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Article

The Overview Effect and the Ultraview Effect: How Extreme Experiences in/of Outer Space Influence Religious Beliefs in Astronauts

Anthropology Department, Grand Valley State University, Allendale, MI 49401, USA
Religions 2020, 11(8), 418; https://doi.org/10.3390/rel11080418
Received: 30 June 2020 / Revised: 9 August 2020 / Accepted: 11 August 2020 / Published: 13 August 2020
This paper, based mainly on astronauts’ first-person writings, historical documents, and my own ethnographic interviews with nine astronauts conducted between 2004 and 2020, explores how encountering the earth and other celestial objects in ways never before experienced by human beings has influenced some astronauts’ cosmological understandings. Following the work of Timothy Morton, the earth and other heavenly bodies can be understood as “hyperobjects”, entities that are distributed across time and space in ways that make them difficult for human beings to accurately understand, but whose existence is becoming increasingly detectable to us. Astronauts in outer space are able to perceive celestial objects from vantages literally unavailable on earth, which has often (but not always) had a profound influence on their understandings of humanity, life, and the universe itself. Frank Wright’s term, the “overview effect”, describes a cognitive shift resulting from seeing the Earth from space that increases some astronauts’ sense of connection to humanity, God, or other powerful forces. Following NASA convention (NASA Style Guide, 2012), I will capitalize both Earth and Moon, but will leave all quotations in their original style. The “ultraview effect” is a term I introduce here to describe the parallel experience of viewing the Milky Way galaxy from the Moon’s orbit (a view described reverently by one respondent as a “something I was not ready for”) that can result in strong convictions about the prevalence of life in the universe or even unorthodox beliefs about the origins of humanity. I will compare Morton’s ideas about humanity’s increased awareness of hyperobjects with Joye and Verpooten’s work on awe in response to “bigness”, tying both to astronauts’ lived experiences in order to demonstrate the usefulness of ethnographic data in this context, discuss how human experiences in outer space might influence religious practices and beliefs, and suggest that encounters with hyperobjects hold the potential to be socially beneficial. View Full-Text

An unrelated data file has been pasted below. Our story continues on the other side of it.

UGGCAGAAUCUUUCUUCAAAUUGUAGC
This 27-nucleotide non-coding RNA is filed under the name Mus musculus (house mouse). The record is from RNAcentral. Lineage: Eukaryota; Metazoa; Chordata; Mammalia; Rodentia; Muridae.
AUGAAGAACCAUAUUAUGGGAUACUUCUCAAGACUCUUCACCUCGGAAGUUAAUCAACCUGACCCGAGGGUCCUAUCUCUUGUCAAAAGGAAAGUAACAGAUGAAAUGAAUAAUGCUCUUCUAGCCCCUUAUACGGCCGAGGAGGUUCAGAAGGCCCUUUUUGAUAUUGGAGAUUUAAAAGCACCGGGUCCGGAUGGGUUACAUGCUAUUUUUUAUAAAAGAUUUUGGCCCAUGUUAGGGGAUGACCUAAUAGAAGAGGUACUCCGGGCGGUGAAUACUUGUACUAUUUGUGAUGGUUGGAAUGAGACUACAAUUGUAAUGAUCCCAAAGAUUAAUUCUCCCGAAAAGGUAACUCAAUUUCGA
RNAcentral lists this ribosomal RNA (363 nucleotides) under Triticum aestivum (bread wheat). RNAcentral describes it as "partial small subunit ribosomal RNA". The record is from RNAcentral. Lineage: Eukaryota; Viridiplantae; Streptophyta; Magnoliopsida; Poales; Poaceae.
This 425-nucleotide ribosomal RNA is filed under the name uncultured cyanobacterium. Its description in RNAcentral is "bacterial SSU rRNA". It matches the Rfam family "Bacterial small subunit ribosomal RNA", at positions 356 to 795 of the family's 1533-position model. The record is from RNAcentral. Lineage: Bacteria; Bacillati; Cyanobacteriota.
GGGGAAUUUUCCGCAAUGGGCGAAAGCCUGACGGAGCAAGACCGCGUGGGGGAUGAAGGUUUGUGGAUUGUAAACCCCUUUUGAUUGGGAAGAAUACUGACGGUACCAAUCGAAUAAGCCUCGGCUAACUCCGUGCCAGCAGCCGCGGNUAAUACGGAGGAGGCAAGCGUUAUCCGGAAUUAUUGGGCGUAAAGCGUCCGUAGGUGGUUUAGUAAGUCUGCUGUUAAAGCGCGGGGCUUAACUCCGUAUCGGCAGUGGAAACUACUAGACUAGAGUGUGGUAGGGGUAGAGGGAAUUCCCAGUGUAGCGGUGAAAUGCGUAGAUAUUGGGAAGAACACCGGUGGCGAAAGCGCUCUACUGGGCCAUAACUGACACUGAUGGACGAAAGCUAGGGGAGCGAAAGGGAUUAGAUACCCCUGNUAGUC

Keywords: anthropology; religion; spaceflight; NASA; awe; astronauts; overview effect; ultraview effect anthropology; religion; spaceflight; NASA; awe; astronauts; overview effect; ultraview effect
MDPI and ACS Style

Weibel, D.L. The Overview Effect and the Ultraview Effect: How Extreme Experiences in/of Outer Space Influence Religious Beliefs in Astronauts. Religions 2020, 11, 418. https://doi.org/10.3390/rel11080418

AMA Style

Weibel DL. The Overview Effect and the Ultraview Effect: How Extreme Experiences in/of Outer Space Influence Religious Beliefs in Astronauts. Religions. 2020; 11(8):418. https://doi.org/10.3390/rel11080418

Chicago/Turabian Style

Weibel, Deana L. 2020. "The Overview Effect and the Ultraview Effect: How Extreme Experiences in/of Outer Space Influence Religious Beliefs in Astronauts" Religions 11, no. 8: 418. https://doi.org/10.3390/rel11080418

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